Saturday, February 12, 2011

First Philadelphia, Now Los Angeles: David Clohessy on Rotten Culture of Lies, Secrets, and Silence at Heart of Abuse Crisis

David Clohessy, writing about the indictment of three Philadelphia priests on charges of rape, indecent assault, and other criminal charges, and the arrest of a former Secretary for Clergy for the diocese of Philadelphia for knowingly permitting priests dangerous to children to remain in ministry:

Fundamentally, this is not really or largely about the men – those who committed the horrific crimes - Engelhardt, Brennan, or Avery - or those who concealed the crimes - Bevilacqua, Rigali or Lynn.

It’s is about an ancient, secretive, self serving still-intact church hierarchy, structure and culture, in Philadelphia and across the globe. It’s about a deeply-rooted, still-flourishing, stunningly selfish group of men who head a dangerous monarchy masquerading as a charity.

Fundamentally, this not about specific individuals charged with heinous crimes:  it’s is about an ancient, secretive, self-serving, still intact church hierarchy, structure, and culture, in Philadelphia and across the globe.  Why have David Clohessy's years of experience working with the community of survivors of clerical abuse led him to this conclusion?  And what does he mean by this conclusion?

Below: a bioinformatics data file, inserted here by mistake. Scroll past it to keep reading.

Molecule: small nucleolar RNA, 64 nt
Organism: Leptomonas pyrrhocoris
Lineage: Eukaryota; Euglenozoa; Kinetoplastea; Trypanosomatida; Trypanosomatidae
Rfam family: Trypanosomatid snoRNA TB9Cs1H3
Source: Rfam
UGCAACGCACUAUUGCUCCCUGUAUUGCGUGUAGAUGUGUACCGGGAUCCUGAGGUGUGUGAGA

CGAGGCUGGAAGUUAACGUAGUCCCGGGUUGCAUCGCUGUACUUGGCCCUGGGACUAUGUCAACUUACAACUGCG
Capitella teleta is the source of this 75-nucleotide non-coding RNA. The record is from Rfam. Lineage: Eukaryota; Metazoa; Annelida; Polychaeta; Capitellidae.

First, it seems to me important to note that we still need to keep making this point, over and over.  Because far too many Catholics still don't seem to get the point.  And so the educational process about which I blogged yesterday, citing the National Survivor Advocates Coalition, still needs to go on.

Too many Catholics still do not see--still do not want to see--what NSAC and SNAP and David Clohessy and Barbara Blaine and many of others have worked for years now to help us see and understand:

1. The deeply entrenched abuse crisis points back to a deeply entrenched culture within the Catholic church, which gives rise to this crisis.

2. That culture is secretive and self-serving, and runs throughout the Catholic hierarchy.

3. It is deeply rooted, still flourishing, and stunningly selfish.

4. And it depends for its perpetuation on our lack of education--on our stupidity: it depends on our pretending that a dangerous monarchy which refuses to answer to anybody but itself is an altruistic and charitable faith-based organization.

As if to underscore these points from David Clohessy's statement about the situation in Philadelphia, today--the very day after Clohessy released the preceding statement--news breaks that a priest in the Los Angeles archdiocese, Father Martin P. O'Loghlen, has just been removed from ministry, and the Vicar of Clergy for the archdiocese has resigned at the same time.  There are links and parallels between this Los Angeles story, the Philadelphia story, and Clohessy's analysis of the root causes of the abuse crisis in the Catholic church.

To see those links and parallels--to see how this story confirms Clohessy's reading of the Philadelphia story--it's important to zero in on some details of O'Loghlen's story.  At one level, the O'Loghlen story is drearily predictable.  We've heard this priest abuses minors and is exposed story over and over, ad nauseam, for some years now.  To the point that our ears are becoming jaded by these incessant stories.